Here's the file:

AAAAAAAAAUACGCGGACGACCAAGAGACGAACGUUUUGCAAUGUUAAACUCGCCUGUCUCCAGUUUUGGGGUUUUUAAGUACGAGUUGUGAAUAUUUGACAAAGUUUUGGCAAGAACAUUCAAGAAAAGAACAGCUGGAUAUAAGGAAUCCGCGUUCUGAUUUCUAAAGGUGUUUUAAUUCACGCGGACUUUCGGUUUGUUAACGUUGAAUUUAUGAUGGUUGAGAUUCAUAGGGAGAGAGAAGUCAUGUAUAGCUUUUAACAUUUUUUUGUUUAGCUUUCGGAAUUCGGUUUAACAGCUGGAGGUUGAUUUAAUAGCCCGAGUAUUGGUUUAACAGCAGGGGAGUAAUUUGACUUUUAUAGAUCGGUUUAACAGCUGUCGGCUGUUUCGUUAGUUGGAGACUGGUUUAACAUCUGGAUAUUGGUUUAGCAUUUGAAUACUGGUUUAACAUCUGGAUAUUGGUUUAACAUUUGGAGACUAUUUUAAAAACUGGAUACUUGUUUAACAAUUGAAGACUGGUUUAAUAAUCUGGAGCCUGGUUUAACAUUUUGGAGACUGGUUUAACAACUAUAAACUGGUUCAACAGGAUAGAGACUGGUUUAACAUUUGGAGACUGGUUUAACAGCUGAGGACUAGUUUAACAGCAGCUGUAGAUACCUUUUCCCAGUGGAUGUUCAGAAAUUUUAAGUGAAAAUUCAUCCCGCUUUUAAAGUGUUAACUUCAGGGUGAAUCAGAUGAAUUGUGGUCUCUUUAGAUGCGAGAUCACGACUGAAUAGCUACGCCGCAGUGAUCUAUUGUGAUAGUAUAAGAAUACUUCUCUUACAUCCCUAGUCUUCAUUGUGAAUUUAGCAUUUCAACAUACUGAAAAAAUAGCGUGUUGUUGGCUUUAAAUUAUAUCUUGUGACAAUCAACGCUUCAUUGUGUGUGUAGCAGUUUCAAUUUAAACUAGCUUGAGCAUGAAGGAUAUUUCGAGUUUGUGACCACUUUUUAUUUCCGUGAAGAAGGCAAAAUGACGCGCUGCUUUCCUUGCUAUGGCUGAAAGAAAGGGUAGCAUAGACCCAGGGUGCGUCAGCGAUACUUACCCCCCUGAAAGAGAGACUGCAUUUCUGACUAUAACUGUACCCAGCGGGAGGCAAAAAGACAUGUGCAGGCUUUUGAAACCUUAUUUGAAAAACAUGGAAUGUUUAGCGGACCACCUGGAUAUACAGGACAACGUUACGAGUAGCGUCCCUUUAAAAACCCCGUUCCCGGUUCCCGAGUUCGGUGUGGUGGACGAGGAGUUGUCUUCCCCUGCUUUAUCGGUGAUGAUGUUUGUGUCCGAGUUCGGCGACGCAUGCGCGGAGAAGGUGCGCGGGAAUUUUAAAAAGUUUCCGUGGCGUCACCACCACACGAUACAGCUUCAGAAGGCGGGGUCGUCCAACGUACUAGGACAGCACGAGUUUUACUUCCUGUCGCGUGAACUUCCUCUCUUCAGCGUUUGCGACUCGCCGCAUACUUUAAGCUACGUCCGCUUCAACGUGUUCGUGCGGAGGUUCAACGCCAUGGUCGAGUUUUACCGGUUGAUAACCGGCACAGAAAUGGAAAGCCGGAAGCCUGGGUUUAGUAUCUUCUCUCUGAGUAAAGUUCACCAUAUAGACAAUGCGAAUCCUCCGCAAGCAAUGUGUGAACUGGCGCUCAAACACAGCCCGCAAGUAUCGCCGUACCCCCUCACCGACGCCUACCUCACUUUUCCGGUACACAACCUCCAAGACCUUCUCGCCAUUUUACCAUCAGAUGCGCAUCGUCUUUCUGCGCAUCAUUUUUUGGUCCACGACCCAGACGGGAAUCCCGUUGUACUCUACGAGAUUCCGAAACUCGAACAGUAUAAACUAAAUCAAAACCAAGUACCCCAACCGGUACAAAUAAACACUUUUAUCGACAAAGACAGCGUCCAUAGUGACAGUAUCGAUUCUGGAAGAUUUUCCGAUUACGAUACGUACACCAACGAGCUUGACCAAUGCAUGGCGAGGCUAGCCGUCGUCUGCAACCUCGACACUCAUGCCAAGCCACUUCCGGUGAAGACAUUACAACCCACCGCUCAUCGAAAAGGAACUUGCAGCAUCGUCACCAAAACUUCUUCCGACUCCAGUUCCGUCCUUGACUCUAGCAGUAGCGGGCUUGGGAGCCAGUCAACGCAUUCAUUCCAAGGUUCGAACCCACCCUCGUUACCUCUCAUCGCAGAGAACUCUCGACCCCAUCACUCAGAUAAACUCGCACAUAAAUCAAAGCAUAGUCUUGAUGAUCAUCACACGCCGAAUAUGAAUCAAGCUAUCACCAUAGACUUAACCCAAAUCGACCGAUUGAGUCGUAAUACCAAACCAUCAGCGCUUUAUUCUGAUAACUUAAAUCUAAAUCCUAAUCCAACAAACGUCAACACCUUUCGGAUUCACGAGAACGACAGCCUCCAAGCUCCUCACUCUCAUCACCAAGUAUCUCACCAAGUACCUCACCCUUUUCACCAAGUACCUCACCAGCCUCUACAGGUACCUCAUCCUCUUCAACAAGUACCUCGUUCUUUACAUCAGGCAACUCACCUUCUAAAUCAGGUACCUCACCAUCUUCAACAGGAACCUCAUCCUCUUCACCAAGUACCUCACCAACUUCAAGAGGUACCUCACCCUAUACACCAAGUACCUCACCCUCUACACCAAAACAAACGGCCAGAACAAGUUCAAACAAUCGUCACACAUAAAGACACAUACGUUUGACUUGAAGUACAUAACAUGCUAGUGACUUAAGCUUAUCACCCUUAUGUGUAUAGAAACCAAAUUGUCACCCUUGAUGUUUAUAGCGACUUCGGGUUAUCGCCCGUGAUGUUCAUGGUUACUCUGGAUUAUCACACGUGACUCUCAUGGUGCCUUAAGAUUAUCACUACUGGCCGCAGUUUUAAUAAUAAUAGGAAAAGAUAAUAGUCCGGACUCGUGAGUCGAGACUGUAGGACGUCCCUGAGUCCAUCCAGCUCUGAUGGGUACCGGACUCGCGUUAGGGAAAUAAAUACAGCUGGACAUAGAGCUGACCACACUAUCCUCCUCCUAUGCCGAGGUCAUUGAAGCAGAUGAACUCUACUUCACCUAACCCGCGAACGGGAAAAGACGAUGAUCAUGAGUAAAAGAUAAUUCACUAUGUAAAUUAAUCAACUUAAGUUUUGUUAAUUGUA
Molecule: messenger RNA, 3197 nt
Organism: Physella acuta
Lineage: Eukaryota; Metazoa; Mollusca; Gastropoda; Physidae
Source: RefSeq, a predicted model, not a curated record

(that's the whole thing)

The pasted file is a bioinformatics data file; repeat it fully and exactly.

AAAAAAAAAUACGCGGACGACCAAGAGACGAACGUUUUGCAAUGUUAAACUCGCCUGUCUCCAGUUUUGGGGUUUUUAAGUACGAGUUGUGAAUAUUUGACAAAGUUUUGGCAAGAACAUUCAAGAAAAGAACAGCUGGAUAUAAGGAAUCCGCGUUCUGAUUUCUAAAGGUGUUUUAAUUCACGCGGACUUUCGGUUUGUUAACGUUGAAUUUAUGAUGGUUGAGAUUCAUAGGGAGAGAGAAGUCAUGUAUAGCUUUUAACAUUUUUUUGUUUAGCUUUCGGAAUUCGGUUUAACAGCUGGAGGUUGAUUUAAUAGCCCGAGUAUUGGUUUAACAGCAGGGGAGUAAUUUGACUUUUAUAGAUCGGUUUAACAGCUGUCGGCUGUUUCGUUAGUUGGAGACUGGUUUAACAUCUGGAUAUUGGUUUAGCAUUUGAAUACUGGUUUAACAUCUGGAUAUUGGUUUAACAUUUGGAGACUAUUUUAAAAACUGGAUACUUGUUUAACAAUUGAAGACUGGUUUAAUAAUCUGGAGCCUGGUUUAACAUUUUGGAGACUGGUUUAACAACUAUAAACUGGUUCAACAGGAUAGAGACUGGUUUAACAUUUGGAGACUGGUUUAACAGCUGAGGACUAGUUUAACAGCAGCUGUAGAUACCUUUUCCCAGUGGAUGUUCAGAAAUUUUAAGUGAAAAUUCAUCCCGCUUUUAAAGUGUUAACUUCAGGGUGAAUCAGAUGAAUUGUGGUCUCUUUAGAUGCGAGAUCACGACUGAAUAGCUACGCCGCAGUGAUCUAUUGUGAUAGUAUAAGAAUACUUCUCUUACAUCCCUAGUCUUCAUUGUGAAUUUAGCAUUUCAACAUACUGAAAAAAUAGCGUGUUGUUGGCUUUAAAUUAUAUCUUGUGACAAUCAACGCUUCAUUGUGUGUGUAGCAGUUUCAAUUUAAACUAGCUUGAGCAUGAAGGAUAUUUCGAGUUUGUGACCACUUUUUAUUUCCGUGAAGAAGGCAAAAUGACGCGCUGCUUUCCUUGCUAUGGCUGAAAGAAAGGGUAGCAUAGACCCAGGGUGCGUCAGCGAUACUUACCCCCCUGAAAGAGAGACUGCAUUUCUGACUAUAACUGUACCCAGCGGGAGGCAAAAAGACAUGUGCAGGCUUUUGAAACCUUAUUUGAAAAACAUGGAAUGUUUAGCGGACCACCUGGAUAUACAGGACAACGUUACGAGUAGCGUCCCUUUAAAAACCCCGUUCCCGGUUCCCGAGUUCGGUGUGGUGGACGAGGAGUUGUCUUCCCCUGCUUUAUCGGUGAUGAUGUUUGUGUCCGAGUUCGGCGACGCAUGCGCGGAGAAGGUGCGCGGGAAUUUUAAAAAGUUUCCGUGGCGUCACCACCACACGAUACAGCUUCAGAAGGCGGGGUCGUCCAACGUACUAGGACAGCACGAGUUUUACUUCCUGUCGCGUGAACUUCCUCUCUUCAGCGUUUGCGACUCGCCGCAUACUUUAAGCUACGUCCGCUUCAACGUGUUCGUGCGGAGGUUCAACGCCAUGGUCGAGUUUUACCGGUUGAUAACCGGCACAGAAAUGGAAAGCCGGAAGCCUGGGUUUAGUAUCUUCUCUCUGAGUAAAGUUCACCAUAUAGACAAUGCGAAUCCUCCGCAAGCAAUGUGUGAACUGGCGCUCAAACACAGCCCGCAAGUAUCGCCGUACCCCCUCACCGACGCCUACCUCACUUUUCCGGUACACAACCUCCAAGACCUUCUCGCCAUUUUACCAUCAGAUGCGCAUCGUCUUUCUGCGCAUCAUUUUUUGGUCCACGACCCAGACGGGAAUCCCGUUGUACUCUACGAGAUUCCGAAACUCGAACAGUAUAAACUAAAUCAAAACCAAGUACCCCAACCGGUACAAAUAAACACUUUUAUCGACAAAGACAGCGUCCAUAGUGACAGUAUCGAUUCUGGAAGAUUUUCCGAUUACGAUACGUACACCAACGAGCUUGACCAAUGCAUGGCGAGGCUAGCCGUCGUCUGCAACCUCGACACUCAUGCCAAGCCACUUCCGGUGAAGACAUUACAACCCACCGCUCAUCGAAAAGGAACUUGCAGCAUCGUCACCAAAACUUCUUCCGACUCCAGUUCCGUCCUUGACUCUAGCAGUAGCGGGCUUGGGAGCCAGUCAACGCAUUCAUUCCAAGGUUCGAACCCACCCUCGUUACCUCUCAUCGCAGAGAACUCUCGACCCCAUCACUCAGAUAAACUCGCACAUAAAUCAAAGCAUAGUCUUGAUGAUCAUCACACGCCGAAUAUGAAUCAAGCUAUCACCAUAGACUUAACCCAAAUCGACCGAUUGAGUCGUAAUACCAAACCAUCAGCGCUUUAUUCUGAUAACUUAAAUCUAAAUCCUAAUCCAACAAACGUCAACACCUUUCGGAUUCACGAGAACGACAGCCUCCAAGCUCCUCACUCUCAUCACCAAGUAUCUCACCAAGUACCUCACCCUUUUCACCAAGUACCUCACCAGCCUCUACAGGUACCUCAUCCUCUUCAACAAGUACCUCGUUCUUUACAUCAGGCAACUCACCUUCUAAAUCAGGUACCUCACCAUCUUCAACAGGAACCUCAUCCUCUUCACCAAGUACCUCACCAACUUCAAGAGGUACCUCACCCUAUACACCAAGUACCUCACCCUCUACACCAAAACAAACGGCCAGAACAAGUUCAAACAAUCGUCACACAUAAAGACACAUACGUUUGACUUGAAGUACAUAACAUGCUAGUGACUUAAGCUUAUCACCCUUAUGUGUAUAGAAACCAAAUUGUCACCCUUGAUGUUUAUAGCGACUUCGGGUUAUCGCCCGUGAUGUUCAUGGUUACUCUGGAUUAUCACACGUGACUCUCAUGGUGCCUUAAGAUUAUCACUACUGGCCGCAGUUUUAAUAAUAAUAGGAAAAGAUAAUAGUCCGGACUCGUGAGUCGAGACUGUAGGACGUCCCUGAGUCCAUCCAGCUCUGAUGGGUACCGGACUCGCGUUAGGGAAAUAAAUACAGCUGGACAUAGAGCUGACCACACUAUCCUCCUCCUAUGCCGAGGUCAUUGAAGCAGAUGAACUCUACUUCACCUAACCCGCGAACGGGAAAAGACGAUGAUCAUGAGUAAAAGAUAAUUCACUAUGUAAAUUAAUCAACUUAAGUUUUGUUAAUUGUA
Molecule: messenger RNA, 3197 nt
Organism: Physella acuta
Lineage: Eukaryota; Metazoa; Mollusca; Gastropoda; Physidae
Source: RefSeq, a predicted model, not a curated record